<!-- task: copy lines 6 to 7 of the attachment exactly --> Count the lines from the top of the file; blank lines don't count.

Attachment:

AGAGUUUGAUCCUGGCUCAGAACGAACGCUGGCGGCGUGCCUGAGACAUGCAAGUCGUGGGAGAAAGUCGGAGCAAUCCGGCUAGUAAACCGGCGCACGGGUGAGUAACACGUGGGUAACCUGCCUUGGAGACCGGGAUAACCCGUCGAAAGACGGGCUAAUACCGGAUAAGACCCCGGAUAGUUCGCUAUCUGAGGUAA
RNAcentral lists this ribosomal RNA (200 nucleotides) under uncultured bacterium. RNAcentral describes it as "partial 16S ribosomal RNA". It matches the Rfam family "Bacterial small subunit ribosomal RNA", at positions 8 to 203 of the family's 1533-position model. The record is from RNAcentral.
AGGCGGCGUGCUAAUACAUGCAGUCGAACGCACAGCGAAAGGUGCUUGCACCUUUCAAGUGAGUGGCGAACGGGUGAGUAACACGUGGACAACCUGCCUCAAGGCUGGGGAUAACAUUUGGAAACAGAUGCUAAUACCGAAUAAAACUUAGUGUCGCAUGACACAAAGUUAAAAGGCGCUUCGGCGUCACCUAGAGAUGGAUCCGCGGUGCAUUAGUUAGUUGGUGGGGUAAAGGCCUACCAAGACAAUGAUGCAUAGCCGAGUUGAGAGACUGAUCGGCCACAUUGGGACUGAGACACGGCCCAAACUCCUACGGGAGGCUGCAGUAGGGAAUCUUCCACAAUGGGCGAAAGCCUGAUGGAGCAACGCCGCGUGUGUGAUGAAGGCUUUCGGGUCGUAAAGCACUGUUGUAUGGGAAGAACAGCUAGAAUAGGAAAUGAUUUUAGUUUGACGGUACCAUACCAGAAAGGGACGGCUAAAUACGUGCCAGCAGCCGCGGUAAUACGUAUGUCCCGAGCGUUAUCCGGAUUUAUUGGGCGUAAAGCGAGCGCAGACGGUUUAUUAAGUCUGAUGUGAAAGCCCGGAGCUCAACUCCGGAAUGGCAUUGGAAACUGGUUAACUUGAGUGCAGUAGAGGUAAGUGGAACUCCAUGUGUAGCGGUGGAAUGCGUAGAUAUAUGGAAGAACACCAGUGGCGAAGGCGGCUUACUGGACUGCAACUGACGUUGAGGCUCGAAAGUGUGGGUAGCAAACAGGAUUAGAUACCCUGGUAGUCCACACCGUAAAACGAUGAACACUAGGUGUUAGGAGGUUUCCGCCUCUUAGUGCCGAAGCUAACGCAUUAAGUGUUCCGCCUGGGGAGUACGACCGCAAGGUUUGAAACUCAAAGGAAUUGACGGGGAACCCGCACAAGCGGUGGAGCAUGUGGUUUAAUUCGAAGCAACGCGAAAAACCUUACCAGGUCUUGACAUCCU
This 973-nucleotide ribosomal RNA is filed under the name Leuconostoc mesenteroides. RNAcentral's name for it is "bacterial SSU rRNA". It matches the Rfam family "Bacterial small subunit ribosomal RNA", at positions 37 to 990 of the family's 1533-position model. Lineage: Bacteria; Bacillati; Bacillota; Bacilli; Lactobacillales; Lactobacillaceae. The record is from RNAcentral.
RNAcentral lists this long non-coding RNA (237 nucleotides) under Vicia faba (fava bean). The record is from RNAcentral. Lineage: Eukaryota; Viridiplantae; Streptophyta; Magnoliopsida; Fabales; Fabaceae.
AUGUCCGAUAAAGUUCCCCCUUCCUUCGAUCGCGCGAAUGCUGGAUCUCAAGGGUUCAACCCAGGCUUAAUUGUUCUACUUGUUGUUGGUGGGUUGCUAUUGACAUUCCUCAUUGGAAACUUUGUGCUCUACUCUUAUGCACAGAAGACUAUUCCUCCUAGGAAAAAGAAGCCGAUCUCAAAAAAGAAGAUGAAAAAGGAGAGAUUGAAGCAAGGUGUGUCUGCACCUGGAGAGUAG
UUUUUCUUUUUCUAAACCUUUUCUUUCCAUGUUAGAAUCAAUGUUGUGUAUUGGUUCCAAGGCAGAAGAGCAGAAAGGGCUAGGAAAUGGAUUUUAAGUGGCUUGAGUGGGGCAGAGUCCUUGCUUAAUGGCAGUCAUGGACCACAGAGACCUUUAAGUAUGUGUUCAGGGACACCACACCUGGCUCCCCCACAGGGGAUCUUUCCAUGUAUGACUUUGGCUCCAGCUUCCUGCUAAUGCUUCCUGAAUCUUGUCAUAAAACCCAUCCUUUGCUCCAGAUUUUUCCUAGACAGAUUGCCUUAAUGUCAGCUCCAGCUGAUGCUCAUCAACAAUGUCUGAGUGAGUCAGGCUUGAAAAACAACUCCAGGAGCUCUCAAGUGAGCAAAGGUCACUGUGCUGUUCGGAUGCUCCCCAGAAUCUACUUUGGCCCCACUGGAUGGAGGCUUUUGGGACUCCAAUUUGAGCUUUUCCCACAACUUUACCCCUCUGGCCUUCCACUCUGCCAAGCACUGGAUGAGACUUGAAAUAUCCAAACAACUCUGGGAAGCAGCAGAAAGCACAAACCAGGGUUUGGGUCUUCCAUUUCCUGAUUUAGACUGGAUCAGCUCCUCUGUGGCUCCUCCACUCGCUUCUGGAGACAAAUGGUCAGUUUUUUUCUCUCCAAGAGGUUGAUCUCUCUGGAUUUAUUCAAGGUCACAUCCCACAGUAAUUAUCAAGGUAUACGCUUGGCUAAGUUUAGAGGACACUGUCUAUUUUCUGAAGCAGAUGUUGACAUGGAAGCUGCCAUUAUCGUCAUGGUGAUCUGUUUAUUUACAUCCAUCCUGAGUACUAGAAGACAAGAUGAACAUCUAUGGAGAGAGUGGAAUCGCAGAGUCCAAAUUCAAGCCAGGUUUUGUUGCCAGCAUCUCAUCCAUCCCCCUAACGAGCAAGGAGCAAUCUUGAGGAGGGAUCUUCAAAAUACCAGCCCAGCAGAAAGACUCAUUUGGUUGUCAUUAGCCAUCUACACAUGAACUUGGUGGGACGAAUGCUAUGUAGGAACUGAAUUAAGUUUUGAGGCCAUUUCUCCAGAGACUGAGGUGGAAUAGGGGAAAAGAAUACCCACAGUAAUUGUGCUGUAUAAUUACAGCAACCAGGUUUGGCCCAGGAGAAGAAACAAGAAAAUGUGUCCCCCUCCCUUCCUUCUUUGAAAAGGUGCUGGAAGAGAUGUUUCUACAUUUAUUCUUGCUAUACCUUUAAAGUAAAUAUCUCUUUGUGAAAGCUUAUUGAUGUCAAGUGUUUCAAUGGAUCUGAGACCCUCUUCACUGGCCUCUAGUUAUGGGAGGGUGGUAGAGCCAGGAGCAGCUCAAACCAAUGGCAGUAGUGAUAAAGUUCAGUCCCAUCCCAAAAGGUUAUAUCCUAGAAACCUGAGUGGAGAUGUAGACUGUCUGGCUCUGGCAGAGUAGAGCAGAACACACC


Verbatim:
AUGUCCGAUAAAGUUCCCCCUUCCUUCGAUCGCGCGAAUGCUGGAUCUCAAGGGUUCAACCCAGGCUUAAUUGUUCUACUUGUUGUUGGUGGGUUGCUAUUGACAUUCCUCAUUGGAAACUUUGUGCUCUACUCUUAUGCACAGAAGACUAUUCCUCCUAGGAAAAAGAAGCCGAUCUCAAAAAAGAAGAUGAAAAAGGAGAGAUUGAAGCAAGGUGUGUCUGCACCUGGAGAGUAG
UUUUUCUUUUUCUAAACCUUUUCUUUCCAUGUUAGAAUCAAUGUUGUGUAUUGGUUCCAAGGCAGAAGAGCAGAAAGGGCUAGGAAAUGGAUUUUAAGUGGCUUGAGUGGGGCAGAGUCCUUGCUUAAUGGCAGUCAUGGACCACAGAGACCUUUAAGUAUGUGUUCAGGGACACCACACCUGGCUCCCCCACAGGGGAUCUUUCCAUGUAUGACUUUGGCUCCAGCUUCCUGCUAAUGCUUCCUGAAUCUUGUCAUAAAACCCAUCCUUUGCUCCAGAUUUUUCCUAGACAGAUUGCCUUAAUGUCAGCUCCAGCUGAUGCUCAUCAACAAUGUCUGAGUGAGUCAGGCUUGAAAAACAACUCCAGGAGCUCUCAAGUGAGCAAAGGUCACUGUGCUGUUCGGAUGCUCCCCAGAAUCUACUUUGGCCCCACUGGAUGGAGGCUUUUGGGACUCCAAUUUGAGCUUUUCCCACAACUUUACCCCUCUGGCCUUCCACUCUGCCAAGCACUGGAUGAGACUUGAAAUAUCCAAACAACUCUGGGAAGCAGCAGAAAGCACAAACCAGGGUUUGGGUCUUCCAUUUCCUGAUUUAGACUGGAUCAGCUCCUCUGUGGCUCCUCCACUCGCUUCUGGAGACAAAUGGUCAGUUUUUUUCUCUCCAAGAGGUUGAUCUCUCUGGAUUUAUUCAAGGUCACAUCCCACAGUAAUUAUCAAGGUAUACGCUUGGCUAAGUUUAGAGGACACUGUCUAUUUUCUGAAGCAGAUGUUGACAUGGAAGCUGCCAUUAUCGUCAUGGUGAUCUGUUUAUUUACAUCCAUCCUGAGUACUAGAAGACAAGAUGAACAUCUAUGGAGAGAGUGGAAUCGCAGAGUCCAAAUUCAAGCCAGGUUUUGUUGCCAGCAUCUCAUCCAUCCCCCUAACGAGCAAGGAGCAAUCUUGAGGAGGGAUCUUCAAAAUACCAGCCCAGCAGAAAGACUCAUUUGGUUGUCAUUAGCCAUCUACACAUGAACUUGGUGGGACGAAUGCUAUGUAGGAACUGAAUUAAGUUUUGAGGCCAUUUCUCCAGAGACUGAGGUGGAAUAGGGGAAAAGAAUACCCACAGUAAUUGUGCUGUAUAAUUACAGCAACCAGGUUUGGCCCAGGAGAAGAAACAAGAAAAUGUGUCCCCCUCCCUUCCUUCUUUGAAAAGGUGCUGGAAGAGAUGUUUCUACAUUUAUUCUUGCUAUACCUUUAAAGUAAAUAUCUCUUUGUGAAAGCUUAUUGAUGUCAAGUGUUUCAAUGGAUCUGAGACCCUCUUCACUGGCCUCUAGUUAUGGGAGGGUGGUAGAGCCAGGAGCAGCUCAAACCAAUGGCAGUAGUGAUAAAGUUCAGUCCCAUCCCAAAAGGUUAUAUCCUAGAAACCUGAGUGGAGAUGUAGACUGUCUGGCUCUGGCAGAGUAGAGCAGAACACACC